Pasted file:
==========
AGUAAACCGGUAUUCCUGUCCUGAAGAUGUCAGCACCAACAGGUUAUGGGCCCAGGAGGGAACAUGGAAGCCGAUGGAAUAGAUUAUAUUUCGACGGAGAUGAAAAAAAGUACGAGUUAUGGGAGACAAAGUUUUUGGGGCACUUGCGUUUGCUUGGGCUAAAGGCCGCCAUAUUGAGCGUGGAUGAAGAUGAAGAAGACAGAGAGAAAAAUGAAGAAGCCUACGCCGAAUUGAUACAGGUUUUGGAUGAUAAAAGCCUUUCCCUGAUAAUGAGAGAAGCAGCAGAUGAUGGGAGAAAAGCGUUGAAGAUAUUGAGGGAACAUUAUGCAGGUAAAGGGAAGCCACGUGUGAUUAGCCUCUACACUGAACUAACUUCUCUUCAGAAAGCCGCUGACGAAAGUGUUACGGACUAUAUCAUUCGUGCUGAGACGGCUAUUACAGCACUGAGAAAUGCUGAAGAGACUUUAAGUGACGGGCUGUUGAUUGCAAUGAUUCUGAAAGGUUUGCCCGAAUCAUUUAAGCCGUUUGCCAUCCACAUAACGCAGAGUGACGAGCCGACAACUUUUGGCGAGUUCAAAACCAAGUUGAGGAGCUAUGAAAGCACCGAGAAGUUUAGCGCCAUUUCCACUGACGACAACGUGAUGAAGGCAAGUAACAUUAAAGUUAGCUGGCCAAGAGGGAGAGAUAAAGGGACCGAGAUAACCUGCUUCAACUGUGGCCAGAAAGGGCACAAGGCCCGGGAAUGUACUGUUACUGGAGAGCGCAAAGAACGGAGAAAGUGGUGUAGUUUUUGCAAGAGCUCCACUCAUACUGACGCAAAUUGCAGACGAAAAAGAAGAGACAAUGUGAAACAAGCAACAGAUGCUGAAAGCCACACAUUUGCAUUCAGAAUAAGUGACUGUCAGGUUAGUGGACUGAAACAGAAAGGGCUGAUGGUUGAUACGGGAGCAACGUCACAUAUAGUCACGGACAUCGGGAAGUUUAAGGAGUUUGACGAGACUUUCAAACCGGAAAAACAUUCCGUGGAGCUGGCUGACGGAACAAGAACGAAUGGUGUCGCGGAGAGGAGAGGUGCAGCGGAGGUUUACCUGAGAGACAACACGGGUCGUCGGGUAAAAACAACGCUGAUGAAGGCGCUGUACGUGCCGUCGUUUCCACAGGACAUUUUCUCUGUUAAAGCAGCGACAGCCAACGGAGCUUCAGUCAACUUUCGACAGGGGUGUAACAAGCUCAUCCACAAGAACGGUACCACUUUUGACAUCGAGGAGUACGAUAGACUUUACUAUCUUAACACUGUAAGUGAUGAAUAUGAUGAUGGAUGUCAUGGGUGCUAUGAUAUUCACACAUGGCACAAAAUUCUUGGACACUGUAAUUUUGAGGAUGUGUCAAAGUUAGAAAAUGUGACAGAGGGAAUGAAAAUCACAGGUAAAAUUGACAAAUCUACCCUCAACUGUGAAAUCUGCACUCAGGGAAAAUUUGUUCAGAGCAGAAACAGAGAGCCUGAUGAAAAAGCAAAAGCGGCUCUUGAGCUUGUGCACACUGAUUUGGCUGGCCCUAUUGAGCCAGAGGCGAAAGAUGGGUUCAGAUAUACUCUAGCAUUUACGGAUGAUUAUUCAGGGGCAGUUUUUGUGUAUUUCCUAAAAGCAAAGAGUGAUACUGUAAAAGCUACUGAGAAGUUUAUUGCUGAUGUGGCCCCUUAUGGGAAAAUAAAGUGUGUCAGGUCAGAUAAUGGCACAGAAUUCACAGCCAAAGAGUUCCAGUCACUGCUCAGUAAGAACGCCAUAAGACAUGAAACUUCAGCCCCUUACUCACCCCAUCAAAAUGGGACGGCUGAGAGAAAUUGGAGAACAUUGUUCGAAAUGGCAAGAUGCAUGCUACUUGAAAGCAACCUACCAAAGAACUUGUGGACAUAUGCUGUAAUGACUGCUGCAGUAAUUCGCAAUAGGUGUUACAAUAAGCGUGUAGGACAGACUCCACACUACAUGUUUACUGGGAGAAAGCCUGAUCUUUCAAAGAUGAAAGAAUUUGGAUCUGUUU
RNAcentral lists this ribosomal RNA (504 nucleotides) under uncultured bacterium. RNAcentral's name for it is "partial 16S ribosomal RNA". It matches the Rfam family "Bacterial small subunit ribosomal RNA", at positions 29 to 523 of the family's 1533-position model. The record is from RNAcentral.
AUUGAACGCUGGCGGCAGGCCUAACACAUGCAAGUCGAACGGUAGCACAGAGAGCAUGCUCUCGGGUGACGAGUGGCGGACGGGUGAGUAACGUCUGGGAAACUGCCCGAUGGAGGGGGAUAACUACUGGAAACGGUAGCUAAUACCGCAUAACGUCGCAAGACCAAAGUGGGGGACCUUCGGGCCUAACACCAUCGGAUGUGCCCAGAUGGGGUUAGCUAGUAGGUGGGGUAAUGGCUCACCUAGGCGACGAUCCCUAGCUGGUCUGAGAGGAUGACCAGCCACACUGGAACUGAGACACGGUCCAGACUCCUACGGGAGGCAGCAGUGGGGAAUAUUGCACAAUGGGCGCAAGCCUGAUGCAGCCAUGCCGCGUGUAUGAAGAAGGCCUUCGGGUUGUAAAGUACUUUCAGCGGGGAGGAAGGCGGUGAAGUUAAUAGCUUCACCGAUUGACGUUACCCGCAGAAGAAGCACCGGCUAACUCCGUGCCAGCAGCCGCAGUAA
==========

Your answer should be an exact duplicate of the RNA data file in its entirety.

AGUAAACCGGUAUUCCUGUCCUGAAGAUGUCAGCACCAACAGGUUAUGGGCCCAGGAGGGAACAUGGAAGCCGAUGGAAUAGAUUAUAUUUCGACGGAGAUGAAAAAAAGUACGAGUUAUGGGAGACAAAGUUUUUGGGGCACUUGCGUUUGCUUGGGCUAAAGGCCGCCAUAUUGAGCGUGGAUGAAGAUGAAGAAGACAGAGAGAAAAAUGAAGAAGCCUACGCCGAAUUGAUACAGGUUUUGGAUGAUAAAAGCCUUUCCCUGAUAAUGAGAGAAGCAGCAGAUGAUGGGAGAAAAGCGUUGAAGAUAUUGAGGGAACAUUAUGCAGGUAAAGGGAAGCCACGUGUGAUUAGCCUCUACACUGAACUAACUUCUCUUCAGAAAGCCGCUGACGAAAGUGUUACGGACUAUAUCAUUCGUGCUGAGACGGCUAUUACAGCACUGAGAAAUGCUGAAGAGACUUUAAGUGACGGGCUGUUGAUUGCAAUGAUUCUGAAAGGUUUGCCCGAAUCAUUUAAGCCGUUUGCCAUCCACAUAACGCAGAGUGACGAGCCGACAACUUUUGGCGAGUUCAAAACCAAGUUGAGGAGCUAUGAAAGCACCGAGAAGUUUAGCGCCAUUUCCACUGACGACAACGUGAUGAAGGCAAGUAACAUUAAAGUUAGCUGGCCAAGAGGGAGAGAUAAAGGGACCGAGAUAACCUGCUUCAACUGUGGCCAGAAAGGGCACAAGGCCCGGGAAUGUACUGUUACUGGAGAGCGCAAAGAACGGAGAAAGUGGUGUAGUUUUUGCAAGAGCUCCACUCAUACUGACGCAAAUUGCAGACGAAAAAGAAGAGACAAUGUGAAACAAGCAACAGAUGCUGAAAGCCACACAUUUGCAUUCAGAAUAAGUGACUGUCAGGUUAGUGGACUGAAACAGAAAGGGCUGAUGGUUGAUACGGGAGCAACGUCACAUAUAGUCACGGACAUCGGGAAGUUUAAGGAGUUUGACGAGACUUUCAAACCGGAAAAACAUUCCGUGGAGCUGGCUGACGGAACAAGAACGAAUGGUGUCGCGGAGAGGAGAGGUGCAGCGGAGGUUUACCUGAGAGACAACACGGGUCGUCGGGUAAAAACAACGCUGAUGAAGGCGCUGUACGUGCCGUCGUUUCCACAGGACAUUUUCUCUGUUAAAGCAGCGACAGCCAACGGAGCUUCAGUCAACUUUCGACAGGGGUGUAACAAGCUCAUCCACAAGAACGGUACCACUUUUGACAUCGAGGAGUACGAUAGACUUUACUAUCUUAACACUGUAAGUGAUGAAUAUGAUGAUGGAUGUCAUGGGUGCUAUGAUAUUCACACAUGGCACAAAAUUCUUGGACACUGUAAUUUUGAGGAUGUGUCAAAGUUAGAAAAUGUGACAGAGGGAAUGAAAAUCACAGGUAAAAUUGACAAAUCUACCCUCAACUGUGAAAUCUGCACUCAGGGAAAAUUUGUUCAGAGCAGAAACAGAGAGCCUGAUGAAAAAGCAAAAGCGGCUCUUGAGCUUGUGCACACUGAUUUGGCUGGCCCUAUUGAGCCAGAGGCGAAAGAUGGGUUCAGAUAUACUCUAGCAUUUACGGAUGAUUAUUCAGGGGCAGUUUUUGUGUAUUUCCUAAAAGCAAAGAGUGAUACUGUAAAAGCUACUGAGAAGUUUAUUGCUGAUGUGGCCCCUUAUGGGAAAAUAAAGUGUGUCAGGUCAGAUAAUGGCACAGAAUUCACAGCCAAAGAGUUCCAGUCACUGCUCAGUAAGAACGCCAUAAGACAUGAAACUUCAGCCCCUUACUCACCCCAUCAAAAUGGGACGGCUGAGAGAAAUUGGAGAACAUUGUUCGAAAUGGCAAGAUGCAUGCUACUUGAAAGCAACCUACCAAAGAACUUGUGGACAUAUGCUGUAAUGACUGCUGCAGUAAUUCGCAAUAGGUGUUACAAUAAGCGUGUAGGACAGACUCCACACUACAUGUUUACUGGGAGAAAGCCUGAUCUUUCAAAGAUGAAAGAAUUUGGAUCUGUUU
RNAcentral lists this ribosomal RNA (504 nucleotides) under uncultured bacterium. RNAcentral's name for it is "partial 16S ribosomal RNA". It matches the Rfam family "Bacterial small subunit ribosomal RNA", at positions 29 to 523 of the family's 1533-position model. The record is from RNAcentral.
AUUGAACGCUGGCGGCAGGCCUAACACAUGCAAGUCGAACGGUAGCACAGAGAGCAUGCUCUCGGGUGACGAGUGGCGGACGGGUGAGUAACGUCUGGGAAACUGCCCGAUGGAGGGGGAUAACUACUGGAAACGGUAGCUAAUACCGCAUAACGUCGCAAGACCAAAGUGGGGGACCUUCGGGCCUAACACCAUCGGAUGUGCCCAGAUGGGGUUAGCUAGUAGGUGGGGUAAUGGCUCACCUAGGCGACGAUCCCUAGCUGGUCUGAGAGGAUGACCAGCCACACUGGAACUGAGACACGGUCCAGACUCCUACGGGAGGCAGCAGUGGGGAAUAUUGCACAAUGGGCGCAAGCCUGAUGCAGCCAUGCCGCGUGUAUGAAGAAGGCCUUCGGGUUGUAAAGUACUUUCAGCGGGGAGGAAGGCGGUGAAGUUAAUAGCUUCACCGAUUGACGUUACCCGCAGAAGAAGCACCGGCUAACUCCGUGCCAGCAGCCGCAGUAA